Opinion Digest: UN Security Council seat a complex victory
Opinion on Estonia winning a non-permanent seat on the UN Security Council (UNSC) for 2020-2021 has mostly been positive, with the consensus being the experience and boosted profile the office should bring outweighs some of its challenges.
Erki Bahovski, Editor-in-Chief of Diplomaatia, newsletter of the International Centre for Defence and Security (ICDS), noted, the importance of recognizing the efforts of all those who made the UNSC seat happen, thus raising the profile of the country for two years at least, in a piece for daily Postimees (all links in Estonian).
At the same time, with rights come responsibilities, and it is not only a case of protecting Estonia's interests, but also finding global solutions to global problems, without damaging Estonia's reputation internationally.
While Estonia is small, it is much larger and internationally represented than another of the new non-permanent members, St Vincent and the Grenadines, a country which significantly has representation in Venezuela, a country with strong bonds with Russia.
Another challenge is keeping Estonia informed about what happens in the UN headquarters – ERR has just the one correspondent in the U.S. - in Washington, not New York, Bahovski noted, and while international rallies get plenty of coverage when there's an Estonian star (i.e. Ott Tänak) taking part, there is a risk that too much public info will be disseminated via social media – not a desirable state of affairs.
A voice in the world's capital
A Postimees editorial also praised the hard work of the diplomats and politicians, who can rightly celebrate the culmination of Estonia's clear ambition and goals in this area and its new-found opportunity to help ensure that all countries respect international law and remain peaceful in resolving conflicts.
Lithuania showed what could be done in its term in the non-permanent UNSC role, but there is both the unfinished business of what happened with the 2014 annexation of Crimea by the Russian Federation (one of the five permanent members-ed.) not to mention the makeup of the current coalition at home, and whether there is political support for the diplomats working at the UN, the piece continued.
Indeed, EKRE leader and interior minister Mart Helme said Sunday that the accession to the UNSC is a double edged sword, evoking the story of Kalevipoeg, who (fatally) cut off his own feet with his own sword, and that Estonia will now get involved in conflicts which have nothing to do with it.
All this in spite of some principles which Helme has, such as a desire to move Estonia's Israeli embassy from Tel Aviv to Jerusalem – in any event Estonia will need to take sides on difficult issues there, or on Venezuela, which the country is likely to clash with Russia on.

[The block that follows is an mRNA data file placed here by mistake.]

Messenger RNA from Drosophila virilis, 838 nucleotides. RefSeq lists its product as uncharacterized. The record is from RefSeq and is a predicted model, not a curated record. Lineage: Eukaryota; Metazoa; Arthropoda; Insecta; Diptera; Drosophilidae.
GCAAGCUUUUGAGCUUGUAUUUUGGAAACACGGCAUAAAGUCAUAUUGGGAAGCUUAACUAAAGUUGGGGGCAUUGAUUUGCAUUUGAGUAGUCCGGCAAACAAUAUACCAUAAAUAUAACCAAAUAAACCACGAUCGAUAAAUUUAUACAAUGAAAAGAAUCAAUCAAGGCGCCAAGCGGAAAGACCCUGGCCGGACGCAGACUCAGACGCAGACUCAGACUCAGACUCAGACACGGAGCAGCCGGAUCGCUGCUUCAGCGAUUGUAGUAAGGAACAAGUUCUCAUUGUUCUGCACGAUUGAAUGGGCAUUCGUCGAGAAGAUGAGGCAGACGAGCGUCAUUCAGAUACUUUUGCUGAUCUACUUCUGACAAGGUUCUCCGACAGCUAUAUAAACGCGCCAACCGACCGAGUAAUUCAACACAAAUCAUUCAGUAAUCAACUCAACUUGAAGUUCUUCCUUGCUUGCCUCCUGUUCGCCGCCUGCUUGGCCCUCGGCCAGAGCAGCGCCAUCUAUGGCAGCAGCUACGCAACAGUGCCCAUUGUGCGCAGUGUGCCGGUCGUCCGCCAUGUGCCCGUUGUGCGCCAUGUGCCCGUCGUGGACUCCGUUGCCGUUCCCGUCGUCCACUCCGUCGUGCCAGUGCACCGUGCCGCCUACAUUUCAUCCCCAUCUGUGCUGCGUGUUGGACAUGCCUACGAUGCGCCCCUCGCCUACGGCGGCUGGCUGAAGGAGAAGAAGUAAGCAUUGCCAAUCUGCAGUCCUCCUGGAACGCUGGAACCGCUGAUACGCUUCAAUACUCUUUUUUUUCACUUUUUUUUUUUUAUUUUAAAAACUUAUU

Ultimately, whatever the arguments regarding how much the UNSC membership will cost, and despite opposition to it from both former president Toomas Hendrik Ilves, and Mart Laar, the first prime minister after the restoration of independence, the experience will be irreplaceably invaluable, the editorial said.
A victory for Estonian diplomacy, now waits for substance
An editorial in daily Eesti Päevaleht (EPL) also picked up the sporting theme, likening Kersti Kaljulaid to Estonian olympians (discus thrower) Gert Kanter and (decathlete) Erki Nool, with the key distinction that whereas athletes careers have an end, this is just a beginning for Estonian diplomats.
The risk of making new enemies on having to take sides in conflicts which Estonia previously, due to its distance, would not have done before, is certainly there, though neutrality is always also an option, the piece suggested.
And distance is subjective – the aftermath of some conflicts, for instance the Syrian civil war, do in some small way reach even Estonia (a small number of people from Syria were relocated to Estonia under the EU migration plan-ed.).
Moreover, the value of expertise in conflicts in far off places in Africa, Asia or Latin American outstrips any headaches that some of the security council's votes, which will necessitate compromises between values and interests, as does a better understanding of immigration at a time when over half the Estonian population still regards immigration into Europe a major threat to world peace and security.
Benefits outweigh costs
Foreign policy expert Karin Kaup Lapõnin, in a piece for ERR's online Estonian news echoed the thanks due to all those who worked hard behind the scenes to win the UNSC seat, adding the work done by the president, who has perhaps done more to promote Estonia than any foreign minister in the past decade and a half.
Estonia does not need to be in a crisis to understand it needs friends in the world, and the financial cost is not a cost to the state in that sense, she wrote.
The result in favor of Estonia over Romania was undoubtedly influenced by the latter's moving its embassy to Jerusalem, which lost it the bulk of the Arabic nations' votes, even as Romania has more embassies in African countries, including French-speaking ones, which may have attracted more votes from other Francophone countries, she thought.
Since the ballot was secret, we do not know who the two abstainers were, which would be interesting, but in any case an improved knowledge of the situation in Africa – a continent with a real paucity of Estonian representation (indeed there is not an embassy in any of sub-Saharan Africa, Lapõnin added).
You have to get to know the countries and their outlooks in order to formulate an opinion on them – which also has a benefit for Estonia's own security, and this can't be done solely by listening to UN briefings in New York, Lapõnin wrote.
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Editor: Andrew Whyte